The worm, the canker, and the grief
Are mine alone!
The fire that on my bosom preys
Is lone as some volcanic isle;
No torch is kindled at its blaze–
A funeral pile.
The hope, the fear, the jealous care,
The exalted portion of the pain
And power of love, I cannot share,
But wear the chain.
But ’tis not thus–and ’tis not here–
Such thoughts should shake my soul nor now,
Where glory decks the hero’s bier,
Or binds his brow.
The sword, the banner, and the field,
Glory and Greece, around me see!
The Spartan, borne upon his shield,
Was not more free.
Awake! (not Greece–she is awake!)
Awake, my spirit! Think through whom
Thy life-blood tracks its parent lake,
And then strike home!
Tread those reviving passions down,
Unworthy manhood!–unto thee
Indifferent should the smile or frown
Of beauty be.
If thou regrett’st thy youth, why live?
The land of honourable death
Is here:–up to the field, and give
Away thy breath!
Seek out–less often sought than found–
A soldier’s grave, for thee the best;
Then look around, and choose thy ground,
And take thy rest.
Left: Portrait of Lord Byron [detail], 1813, Thomas Phillips (by BBC Your Paintings via Wikimedia Commons); Right: The Exodus (sortie) from Missolonghi, 1853, Theodoros Vryzakis (National Gallery–ASM)
The ten stanza poem was a private diary entry, preceded by the note “January 22nd, Missolonghi”; Byron initially expresses grief as he feels he is becoming older and no longer worthy of love – a sentiment possibly exacerbated by his ailing health (he had probably contacted malaria in 1810, and subsequently suffered from recurrent fever attacks), while he was also self-conscious about a deformity in his right foot which caused him to limp.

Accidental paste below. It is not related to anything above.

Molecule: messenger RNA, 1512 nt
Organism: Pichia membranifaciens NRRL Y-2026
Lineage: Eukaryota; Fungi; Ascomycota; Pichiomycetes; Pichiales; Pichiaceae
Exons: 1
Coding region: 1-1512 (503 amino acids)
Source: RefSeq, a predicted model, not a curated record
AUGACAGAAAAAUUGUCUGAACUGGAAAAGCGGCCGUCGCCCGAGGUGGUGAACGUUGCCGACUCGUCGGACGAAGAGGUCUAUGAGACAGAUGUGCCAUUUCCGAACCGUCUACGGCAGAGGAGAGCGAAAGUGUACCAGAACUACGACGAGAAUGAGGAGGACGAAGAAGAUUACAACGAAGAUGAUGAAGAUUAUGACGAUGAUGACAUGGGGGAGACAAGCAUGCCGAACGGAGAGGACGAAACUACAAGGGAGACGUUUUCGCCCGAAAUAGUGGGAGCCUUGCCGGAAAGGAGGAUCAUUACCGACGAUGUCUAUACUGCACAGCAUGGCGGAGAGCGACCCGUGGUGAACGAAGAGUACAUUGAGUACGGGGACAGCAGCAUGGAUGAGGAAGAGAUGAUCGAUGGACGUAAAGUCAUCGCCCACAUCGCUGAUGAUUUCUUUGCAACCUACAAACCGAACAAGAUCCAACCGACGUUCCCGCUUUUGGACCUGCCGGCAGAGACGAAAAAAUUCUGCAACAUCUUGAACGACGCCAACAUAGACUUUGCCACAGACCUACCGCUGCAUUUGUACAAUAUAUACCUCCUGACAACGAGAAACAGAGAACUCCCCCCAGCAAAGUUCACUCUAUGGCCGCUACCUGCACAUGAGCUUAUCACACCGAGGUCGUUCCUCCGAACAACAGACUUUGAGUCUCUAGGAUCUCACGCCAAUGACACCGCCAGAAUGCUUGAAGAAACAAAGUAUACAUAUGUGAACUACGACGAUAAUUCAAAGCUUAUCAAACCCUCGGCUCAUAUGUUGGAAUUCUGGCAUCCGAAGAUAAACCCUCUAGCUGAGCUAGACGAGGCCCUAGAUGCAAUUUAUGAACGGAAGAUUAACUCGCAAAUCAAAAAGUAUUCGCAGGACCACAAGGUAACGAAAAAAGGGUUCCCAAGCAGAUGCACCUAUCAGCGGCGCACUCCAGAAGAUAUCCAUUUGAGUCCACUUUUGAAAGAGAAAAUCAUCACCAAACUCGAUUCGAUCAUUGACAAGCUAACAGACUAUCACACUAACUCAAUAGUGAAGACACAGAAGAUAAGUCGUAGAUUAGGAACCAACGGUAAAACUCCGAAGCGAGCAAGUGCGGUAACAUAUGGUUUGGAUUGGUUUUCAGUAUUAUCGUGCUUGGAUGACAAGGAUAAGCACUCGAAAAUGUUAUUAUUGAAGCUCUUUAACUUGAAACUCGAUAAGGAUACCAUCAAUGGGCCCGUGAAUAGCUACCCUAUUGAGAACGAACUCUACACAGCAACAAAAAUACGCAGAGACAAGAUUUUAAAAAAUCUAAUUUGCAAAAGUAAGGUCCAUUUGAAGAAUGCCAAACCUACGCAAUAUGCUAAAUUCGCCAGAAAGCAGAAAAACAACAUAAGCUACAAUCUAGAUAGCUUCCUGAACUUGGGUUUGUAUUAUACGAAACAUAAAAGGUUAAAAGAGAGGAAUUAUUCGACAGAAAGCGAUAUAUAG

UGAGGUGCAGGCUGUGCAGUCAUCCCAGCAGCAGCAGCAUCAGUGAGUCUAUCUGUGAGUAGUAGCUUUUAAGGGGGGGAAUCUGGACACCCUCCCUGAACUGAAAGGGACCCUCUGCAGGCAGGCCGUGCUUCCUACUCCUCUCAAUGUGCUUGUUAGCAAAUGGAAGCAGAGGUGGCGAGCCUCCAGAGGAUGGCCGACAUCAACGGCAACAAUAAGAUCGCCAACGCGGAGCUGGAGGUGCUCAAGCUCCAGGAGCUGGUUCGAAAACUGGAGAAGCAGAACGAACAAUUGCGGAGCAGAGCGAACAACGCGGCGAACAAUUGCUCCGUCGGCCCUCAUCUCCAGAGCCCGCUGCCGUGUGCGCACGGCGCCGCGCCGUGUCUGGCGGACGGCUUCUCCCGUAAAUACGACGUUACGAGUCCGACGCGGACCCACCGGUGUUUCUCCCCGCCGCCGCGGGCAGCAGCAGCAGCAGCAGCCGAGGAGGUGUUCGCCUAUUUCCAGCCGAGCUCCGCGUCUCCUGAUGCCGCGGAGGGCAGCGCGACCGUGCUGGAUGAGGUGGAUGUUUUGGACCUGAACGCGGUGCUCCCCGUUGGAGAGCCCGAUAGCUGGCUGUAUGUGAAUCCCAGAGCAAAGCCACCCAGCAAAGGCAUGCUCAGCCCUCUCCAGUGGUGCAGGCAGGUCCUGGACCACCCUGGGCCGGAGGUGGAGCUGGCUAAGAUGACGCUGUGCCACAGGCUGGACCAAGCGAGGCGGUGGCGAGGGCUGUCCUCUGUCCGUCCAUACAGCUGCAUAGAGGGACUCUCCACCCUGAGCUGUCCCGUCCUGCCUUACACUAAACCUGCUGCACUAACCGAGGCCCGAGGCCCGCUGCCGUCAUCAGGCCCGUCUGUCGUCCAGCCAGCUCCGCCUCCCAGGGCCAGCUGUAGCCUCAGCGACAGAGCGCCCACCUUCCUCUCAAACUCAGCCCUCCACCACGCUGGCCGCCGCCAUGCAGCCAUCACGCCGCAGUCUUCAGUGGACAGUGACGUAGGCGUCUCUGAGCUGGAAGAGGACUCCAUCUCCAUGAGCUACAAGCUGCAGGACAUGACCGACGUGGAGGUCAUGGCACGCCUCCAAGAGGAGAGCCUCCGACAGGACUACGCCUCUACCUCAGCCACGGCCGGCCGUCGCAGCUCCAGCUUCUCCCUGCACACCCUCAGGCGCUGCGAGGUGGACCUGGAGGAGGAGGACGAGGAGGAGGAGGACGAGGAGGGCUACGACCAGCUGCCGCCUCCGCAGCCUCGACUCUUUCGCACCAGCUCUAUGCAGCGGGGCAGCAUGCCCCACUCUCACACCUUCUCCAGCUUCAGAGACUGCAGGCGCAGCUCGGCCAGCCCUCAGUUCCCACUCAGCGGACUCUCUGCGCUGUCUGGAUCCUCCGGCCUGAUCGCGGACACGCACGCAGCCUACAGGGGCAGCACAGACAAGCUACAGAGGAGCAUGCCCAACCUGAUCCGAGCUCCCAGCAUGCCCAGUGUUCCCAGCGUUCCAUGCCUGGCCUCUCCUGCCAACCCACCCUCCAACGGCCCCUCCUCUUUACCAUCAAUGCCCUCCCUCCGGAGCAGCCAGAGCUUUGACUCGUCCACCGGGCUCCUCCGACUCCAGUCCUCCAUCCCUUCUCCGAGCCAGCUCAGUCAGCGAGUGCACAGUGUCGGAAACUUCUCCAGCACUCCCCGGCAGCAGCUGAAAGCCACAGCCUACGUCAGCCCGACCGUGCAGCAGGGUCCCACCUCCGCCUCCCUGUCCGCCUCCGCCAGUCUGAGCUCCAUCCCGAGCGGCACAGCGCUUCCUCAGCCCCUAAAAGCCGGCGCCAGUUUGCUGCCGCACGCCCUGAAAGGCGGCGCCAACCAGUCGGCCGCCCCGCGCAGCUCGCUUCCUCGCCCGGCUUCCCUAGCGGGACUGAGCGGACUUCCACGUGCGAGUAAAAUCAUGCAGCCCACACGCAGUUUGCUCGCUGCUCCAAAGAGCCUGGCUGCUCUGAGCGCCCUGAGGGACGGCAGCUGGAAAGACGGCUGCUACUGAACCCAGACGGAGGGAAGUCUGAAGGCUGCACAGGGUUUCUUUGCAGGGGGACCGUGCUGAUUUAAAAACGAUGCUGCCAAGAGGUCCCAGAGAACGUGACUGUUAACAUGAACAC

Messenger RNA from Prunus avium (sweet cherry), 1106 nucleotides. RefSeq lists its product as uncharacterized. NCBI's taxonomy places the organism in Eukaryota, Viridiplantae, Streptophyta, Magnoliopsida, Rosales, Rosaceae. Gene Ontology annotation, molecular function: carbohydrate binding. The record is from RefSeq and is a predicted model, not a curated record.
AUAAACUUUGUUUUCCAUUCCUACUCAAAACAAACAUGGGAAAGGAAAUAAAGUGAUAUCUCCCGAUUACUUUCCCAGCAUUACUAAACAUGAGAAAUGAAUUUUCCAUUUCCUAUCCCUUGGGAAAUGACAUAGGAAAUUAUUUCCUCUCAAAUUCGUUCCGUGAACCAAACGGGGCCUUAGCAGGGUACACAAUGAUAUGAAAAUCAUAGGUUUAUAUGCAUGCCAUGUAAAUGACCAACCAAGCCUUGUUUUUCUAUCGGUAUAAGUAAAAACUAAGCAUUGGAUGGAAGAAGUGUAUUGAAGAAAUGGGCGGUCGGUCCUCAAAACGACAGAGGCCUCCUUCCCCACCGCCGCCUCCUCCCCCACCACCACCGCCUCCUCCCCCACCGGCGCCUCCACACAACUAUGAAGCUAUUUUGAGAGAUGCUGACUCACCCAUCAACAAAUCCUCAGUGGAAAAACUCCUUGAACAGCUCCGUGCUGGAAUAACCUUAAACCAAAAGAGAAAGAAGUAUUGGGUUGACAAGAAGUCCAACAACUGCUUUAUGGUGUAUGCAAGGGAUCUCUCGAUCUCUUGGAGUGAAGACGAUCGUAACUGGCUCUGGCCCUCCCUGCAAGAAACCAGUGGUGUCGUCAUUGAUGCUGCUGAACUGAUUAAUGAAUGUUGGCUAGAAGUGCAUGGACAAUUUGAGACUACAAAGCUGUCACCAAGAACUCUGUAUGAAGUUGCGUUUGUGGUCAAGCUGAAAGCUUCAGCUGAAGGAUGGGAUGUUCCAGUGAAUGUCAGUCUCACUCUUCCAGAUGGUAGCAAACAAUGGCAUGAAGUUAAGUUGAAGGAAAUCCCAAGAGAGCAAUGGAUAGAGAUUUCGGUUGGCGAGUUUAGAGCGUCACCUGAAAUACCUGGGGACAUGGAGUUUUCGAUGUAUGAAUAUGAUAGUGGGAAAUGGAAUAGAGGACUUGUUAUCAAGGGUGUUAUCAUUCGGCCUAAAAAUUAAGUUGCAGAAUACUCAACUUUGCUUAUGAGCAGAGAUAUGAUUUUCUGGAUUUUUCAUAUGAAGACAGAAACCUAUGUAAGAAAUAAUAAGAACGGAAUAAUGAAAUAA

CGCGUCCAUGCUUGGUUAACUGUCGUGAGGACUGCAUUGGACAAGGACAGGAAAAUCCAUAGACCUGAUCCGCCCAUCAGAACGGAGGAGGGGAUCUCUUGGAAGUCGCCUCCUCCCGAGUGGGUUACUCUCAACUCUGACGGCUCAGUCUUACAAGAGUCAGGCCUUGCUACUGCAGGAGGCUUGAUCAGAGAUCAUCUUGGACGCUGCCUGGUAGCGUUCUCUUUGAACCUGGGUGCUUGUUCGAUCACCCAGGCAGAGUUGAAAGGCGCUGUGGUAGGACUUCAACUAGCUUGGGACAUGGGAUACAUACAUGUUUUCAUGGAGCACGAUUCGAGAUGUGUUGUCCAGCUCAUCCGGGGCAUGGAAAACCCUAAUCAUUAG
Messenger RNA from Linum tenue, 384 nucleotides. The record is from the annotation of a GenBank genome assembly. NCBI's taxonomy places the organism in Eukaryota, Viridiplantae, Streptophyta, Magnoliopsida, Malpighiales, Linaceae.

But, in his despair, he finds inspiration and motivation in the Greek struggle for independence, of which he intends to be part, and aspires to glory through a brave death for a noble cause. The poem was masterfully translated in Greek by poet and translator Nikos Spanias in 1966-1971.
Although the painful end that Lord Byron met was not in combat, his sacrifice was not in vain; as British historian David Brewer wrote, “his presence in Greece, and in particular his death there, drew to the Greek cause not just the attention of sympathetic nations, but their increasing active participation”.
Left: Monument to Byron by Greek Sculptor Georgios Vitalis, 1881, Garden of Heroes, Missolonghi (by Jean-Pierre Dalbéra via flickr); Right: Statue of Greece crowning Byron, 1896, by French sculptors Henri Chapu and Alexandre Falguière in Zappeion, Athens (by Jebulon via Wikimedia Commons)
To this day, Byron is indeed regarded with great reverence by the Greek people. His heart is reputedly buried under his statue in Missolonghi (while his remains were sent to the UK and buried there). The hellenised version of his name (Vyron or Vyronas) was popularised as a male first name in the years following the establishment of the Greek state. Statues of him have been erected in prominent sites in Athens and Missolonghi, and his bust stands on a central square of the municipality of Vyronas in the Greek capital – initially established as a city quarter on the centenary of his death, and named in his honour.
A year after Byron’s death, in April 1825, the town of Missolonghi was besieged for a third time, this time by Reşid Mehmed Pasha, whose army was later reinforced by that of the notorious Ibrahim Pasha. The siege lasted a year, during which the city suffered from constant attacks and, soon, starvation. Finally, the besieged decided on an escape plan but they were betrayed to the enemy; the night of 10 in April 1826, they attempted a sortie, but they were surrounded by the enemy forces, and most of them were killed. The town would remain under Ottoman rule for three years but, in April 1829, the Greek regular forces organised by Governor Ioannis Kapodistrias besieged Missolonghi by land and sea until, in May 1829, it was officially ceded to Greece.